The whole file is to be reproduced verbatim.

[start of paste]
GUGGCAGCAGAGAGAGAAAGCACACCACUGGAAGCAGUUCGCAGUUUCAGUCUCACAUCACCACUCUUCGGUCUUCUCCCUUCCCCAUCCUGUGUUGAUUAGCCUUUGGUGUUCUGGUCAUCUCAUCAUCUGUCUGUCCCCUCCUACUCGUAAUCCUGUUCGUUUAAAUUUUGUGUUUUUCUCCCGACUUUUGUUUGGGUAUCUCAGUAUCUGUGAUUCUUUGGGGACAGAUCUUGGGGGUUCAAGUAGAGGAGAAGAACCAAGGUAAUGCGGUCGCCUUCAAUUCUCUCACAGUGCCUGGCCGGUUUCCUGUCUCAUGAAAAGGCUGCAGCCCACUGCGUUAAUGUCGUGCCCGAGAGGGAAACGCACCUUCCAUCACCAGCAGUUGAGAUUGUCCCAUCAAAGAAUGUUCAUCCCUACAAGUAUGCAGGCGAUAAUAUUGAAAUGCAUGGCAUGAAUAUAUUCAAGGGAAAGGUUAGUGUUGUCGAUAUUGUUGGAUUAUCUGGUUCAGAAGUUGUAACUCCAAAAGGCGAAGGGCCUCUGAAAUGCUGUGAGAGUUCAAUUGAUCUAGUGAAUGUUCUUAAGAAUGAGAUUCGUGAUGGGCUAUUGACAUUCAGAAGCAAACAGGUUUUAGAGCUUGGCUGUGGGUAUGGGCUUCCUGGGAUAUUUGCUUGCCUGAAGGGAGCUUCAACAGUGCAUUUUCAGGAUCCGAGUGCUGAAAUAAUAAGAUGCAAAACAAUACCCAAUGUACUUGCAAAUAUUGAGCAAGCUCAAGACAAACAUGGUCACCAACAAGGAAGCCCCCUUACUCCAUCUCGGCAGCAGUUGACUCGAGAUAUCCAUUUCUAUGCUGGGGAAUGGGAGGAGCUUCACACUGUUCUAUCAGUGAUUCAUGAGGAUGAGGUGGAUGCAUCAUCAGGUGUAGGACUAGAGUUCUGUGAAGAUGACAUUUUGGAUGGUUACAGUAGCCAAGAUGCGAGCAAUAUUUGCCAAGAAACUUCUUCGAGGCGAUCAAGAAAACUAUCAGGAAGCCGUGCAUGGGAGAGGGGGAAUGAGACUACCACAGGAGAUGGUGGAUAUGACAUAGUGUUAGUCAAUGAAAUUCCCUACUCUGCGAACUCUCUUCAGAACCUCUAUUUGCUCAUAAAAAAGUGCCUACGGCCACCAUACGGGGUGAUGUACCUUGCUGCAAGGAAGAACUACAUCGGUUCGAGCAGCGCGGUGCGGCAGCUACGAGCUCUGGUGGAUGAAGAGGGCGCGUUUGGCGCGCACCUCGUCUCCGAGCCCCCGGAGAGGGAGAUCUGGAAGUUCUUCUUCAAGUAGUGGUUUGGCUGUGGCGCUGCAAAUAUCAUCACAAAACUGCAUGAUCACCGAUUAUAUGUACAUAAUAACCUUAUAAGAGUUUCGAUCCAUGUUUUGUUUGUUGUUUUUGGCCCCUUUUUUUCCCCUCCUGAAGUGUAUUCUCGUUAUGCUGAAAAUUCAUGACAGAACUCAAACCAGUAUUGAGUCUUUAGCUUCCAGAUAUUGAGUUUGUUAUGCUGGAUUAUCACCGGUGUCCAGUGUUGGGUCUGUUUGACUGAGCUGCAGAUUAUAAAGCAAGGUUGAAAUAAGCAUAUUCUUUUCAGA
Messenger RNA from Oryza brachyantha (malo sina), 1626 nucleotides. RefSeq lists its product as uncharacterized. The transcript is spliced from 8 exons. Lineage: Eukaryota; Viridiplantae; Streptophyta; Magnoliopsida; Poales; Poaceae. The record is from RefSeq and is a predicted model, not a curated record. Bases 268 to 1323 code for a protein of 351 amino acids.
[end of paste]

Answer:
GUGGCAGCAGAGAGAGAAAGCACACCACUGGAAGCAGUUCGCAGUUUCAGUCUCACAUCACCACUCUUCGGUCUUCUCCCUUCCCCAUCCUGUGUUGAUUAGCCUUUGGUGUUCUGGUCAUCUCAUCAUCUGUCUGUCCCCUCCUACUCGUAAUCCUGUUCGUUUAAAUUUUGUGUUUUUCUCCCGACUUUUGUUUGGGUAUCUCAGUAUCUGUGAUUCUUUGGGGACAGAUCUUGGGGGUUCAAGUAGAGGAGAAGAACCAAGGUAAUGCGGUCGCCUUCAAUUCUCUCACAGUGCCUGGCCGGUUUCCUGUCUCAUGAAAAGGCUGCAGCCCACUGCGUUAAUGUCGUGCCCGAGAGGGAAACGCACCUUCCAUCACCAGCAGUUGAGAUUGUCCCAUCAAAGAAUGUUCAUCCCUACAAGUAUGCAGGCGAUAAUAUUGAAAUGCAUGGCAUGAAUAUAUUCAAGGGAAAGGUUAGUGUUGUCGAUAUUGUUGGAUUAUCUGGUUCAGAAGUUGUAACUCCAAAAGGCGAAGGGCCUCUGAAAUGCUGUGAGAGUUCAAUUGAUCUAGUGAAUGUUCUUAAGAAUGAGAUUCGUGAUGGGCUAUUGACAUUCAGAAGCAAACAGGUUUUAGAGCUUGGCUGUGGGUAUGGGCUUCCUGGGAUAUUUGCUUGCCUGAAGGGAGCUUCAACAGUGCAUUUUCAGGAUCCGAGUGCUGAAAUAAUAAGAUGCAAAACAAUACCCAAUGUACUUGCAAAUAUUGAGCAAGCUCAAGACAAACAUGGUCACCAACAAGGAAGCCCCCUUACUCCAUCUCGGCAGCAGUUGACUCGAGAUAUCCAUUUCUAUGCUGGGGAAUGGGAGGAGCUUCACACUGUUCUAUCAGUGAUUCAUGAGGAUGAGGUGGAUGCAUCAUCAGGUGUAGGACUAGAGUUCUGUGAAGAUGACAUUUUGGAUGGUUACAGUAGCCAAGAUGCGAGCAAUAUUUGCCAAGAAACUUCUUCGAGGCGAUCAAGAAAACUAUCAGGAAGCCGUGCAUGGGAGAGGGGGAAUGAGACUACCACAGGAGAUGGUGGAUAUGACAUAGUGUUAGUCAAUGAAAUUCCCUACUCUGCGAACUCUCUUCAGAACCUCUAUUUGCUCAUAAAAAAGUGCCUACGGCCACCAUACGGGGUGAUGUACCUUGCUGCAAGGAAGAACUACAUCGGUUCGAGCAGCGCGGUGCGGCAGCUACGAGCUCUGGUGGAUGAAGAGGGCGCGUUUGGCGCGCACCUCGUCUCCGAGCCCCCGGAGAGGGAGAUCUGGAAGUUCUUCUUCAAGUAGUGGUUUGGCUGUGGCGCUGCAAAUAUCAUCACAAAACUGCAUGAUCACCGAUUAUAUGUACAUAAUAACCUUAUAAGAGUUUCGAUCCAUGUUUUGUUUGUUGUUUUUGGCCCCUUUUUUUCCCCUCCUGAAGUGUAUUCUCGUUAUGCUGAAAAUUCAUGACAGAACUCAAACCAGUAUUGAGUCUUUAGCUUCCAGAUAUUGAGUUUGUUAUGCUGGAUUAUCACCGGUGUCCAGUGUUGGGUCUGUUUGACUGAGCUGCAGAUUAUAAAGCAAGGUUGAAAUAAGCAUAUUCUUUUCAGA
Messenger RNA from Oryza brachyantha (malo sina), 1626 nucleotides. RefSeq lists its product as uncharacterized. The transcript is spliced from 8 exons. Lineage: Eukaryota; Viridiplantae; Streptophyta; Magnoliopsida; Poales; Poaceae. The record is from RefSeq and is a predicted model, not a curated record. Bases 268 to 1323 code for a protein of 351 amino acids.